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MAY 15, 2001




Thank you Mr. Chairman, Congresswoman Jackson Lee, and Members of the Subcommittee for the opportunity to appear before you today to provide an overview of Immigration and Naturalization Service (INS) operations, accomplishments and challenges in the context of the President=s Fiscal Year (FY) 2002 budget request.  This INS budget request builds upon the accomplishments that have been achieved with strong congressional support.  The resources Congress has provided have enabled INS to meet new challenges and strengthen the Nation=s immigration system.  They have resulted in improvements in how we enforce immigration laws and how we deliver services to our customers.

INS has already demonstrated over the past several years that when the agency is provided with resources and employs coherent strategies, it can achieve dramatic results.  These accomplishments include

<     illegal entries in San Diego reduced to a 25-year low;

<      effective management of detention growth B 6,000 to over 19,000 beds in 7 years;

<      removed 362,000 illegal aliens in the past 2 years B 126,000 criminals;

<     from 1993 to 2000, received and processed more applications for citizenship than during the previous 40 years combined;

<      reduced pending naturalization applications from 2.2 million in February, 1999 to 716,000 in February, 2001;

<     nearly doubled the number of permanent employees in less than 8 years; and

<      computer access within the workforce grew from 20% to 95% in 7 years.

The President=s FY 2002 budget for INS continues to support the immigration goals and strategies that the agency has pursued over the past several years.  The thrust of INS= FY 2002 budget is to extend the ongoing initiatives aimed at controlling the Nation=s borders and maintaining the physical integrity of those borders.  INS intends to build on its successful multi-year strategy to: effectively regulate the border; deter and dismantle organizations that smuggle or traffic aliens and narcotics; identify and remove detained criminal aliens from the United States, including terrorists, and minimize recidivism; enhance services and reduce processing backlogs; and reduce immigration benefit fraud and other document abuse.  Overall, the FY 2002 budget request for the Immigration and Naturalization Service totals $5.5 billion, a 10 percent increase over the FY 2001 funding level.  This budget includes $380 million in enhancements to a base funding level of $5.1 billion.  The budget will add a total of 1,364 new staff positions, which will allow INS to grow to over 36,200 workyears by the end of FY 2002.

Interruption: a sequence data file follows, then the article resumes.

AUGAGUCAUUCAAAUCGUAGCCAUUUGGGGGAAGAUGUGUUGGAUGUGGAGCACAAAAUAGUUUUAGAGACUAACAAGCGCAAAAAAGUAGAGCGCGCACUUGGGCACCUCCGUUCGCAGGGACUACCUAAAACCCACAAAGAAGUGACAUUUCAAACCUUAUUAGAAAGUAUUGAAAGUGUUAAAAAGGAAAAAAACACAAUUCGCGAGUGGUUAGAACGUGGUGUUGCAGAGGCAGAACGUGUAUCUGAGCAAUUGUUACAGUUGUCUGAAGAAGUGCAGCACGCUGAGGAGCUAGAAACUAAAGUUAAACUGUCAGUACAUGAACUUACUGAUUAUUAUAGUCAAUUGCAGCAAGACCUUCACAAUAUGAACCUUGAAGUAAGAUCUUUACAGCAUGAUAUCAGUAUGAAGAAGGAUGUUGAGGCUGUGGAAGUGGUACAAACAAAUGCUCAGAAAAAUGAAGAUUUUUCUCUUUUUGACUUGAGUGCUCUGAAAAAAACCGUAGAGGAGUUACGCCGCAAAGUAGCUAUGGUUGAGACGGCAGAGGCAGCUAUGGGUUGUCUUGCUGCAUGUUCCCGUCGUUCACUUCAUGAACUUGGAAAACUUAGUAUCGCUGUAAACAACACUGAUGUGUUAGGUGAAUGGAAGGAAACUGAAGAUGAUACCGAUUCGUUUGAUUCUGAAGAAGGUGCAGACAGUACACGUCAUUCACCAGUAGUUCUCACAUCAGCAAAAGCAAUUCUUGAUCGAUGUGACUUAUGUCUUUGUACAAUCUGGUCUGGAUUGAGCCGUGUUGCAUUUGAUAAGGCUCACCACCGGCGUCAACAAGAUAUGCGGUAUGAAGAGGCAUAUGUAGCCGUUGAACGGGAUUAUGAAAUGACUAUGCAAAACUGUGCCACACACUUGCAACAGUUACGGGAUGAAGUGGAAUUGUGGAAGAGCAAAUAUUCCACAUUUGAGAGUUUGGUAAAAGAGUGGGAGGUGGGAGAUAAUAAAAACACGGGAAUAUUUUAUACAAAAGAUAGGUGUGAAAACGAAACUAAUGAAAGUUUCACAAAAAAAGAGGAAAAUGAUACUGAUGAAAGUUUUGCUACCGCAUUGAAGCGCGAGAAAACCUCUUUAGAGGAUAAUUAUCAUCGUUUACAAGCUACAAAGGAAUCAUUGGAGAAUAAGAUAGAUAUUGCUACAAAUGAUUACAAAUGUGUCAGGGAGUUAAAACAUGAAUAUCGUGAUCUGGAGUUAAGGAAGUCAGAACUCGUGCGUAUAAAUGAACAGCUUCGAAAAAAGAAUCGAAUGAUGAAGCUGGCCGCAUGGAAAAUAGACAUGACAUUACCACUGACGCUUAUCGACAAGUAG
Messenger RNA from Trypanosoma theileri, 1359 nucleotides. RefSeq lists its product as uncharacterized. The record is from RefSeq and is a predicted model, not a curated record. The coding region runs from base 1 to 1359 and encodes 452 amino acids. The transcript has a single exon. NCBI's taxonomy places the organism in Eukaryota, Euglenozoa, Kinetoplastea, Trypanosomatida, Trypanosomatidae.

In February 1994, INS implemented an innovative, multi-year strategy to strengthen enforcement of the nation=s immigration laws and to disrupt the traditional illegal immigration corridors along the nation=s Southwest border. Under this bold strategy, new personnel, backed with equipment and infrastructure improvements, are deployed in targeted areas each year, starting with the most vulnerable areas.

This strategy treats the entire border as a single, seamless entity. Enforcement activities between the ports-of-entry are integrated fully with those taking place in the ports, which the strategy recognizes as both vital to the nation=s economy and potential entry points for criminals and contraband. As a result, INS has been able to enhance its enforcement capabilities while dramatically reducing waiting times for those trying to cross the border legally.  The strategy uses a phased approach beginning in the Southwest until control is achieved nationwide.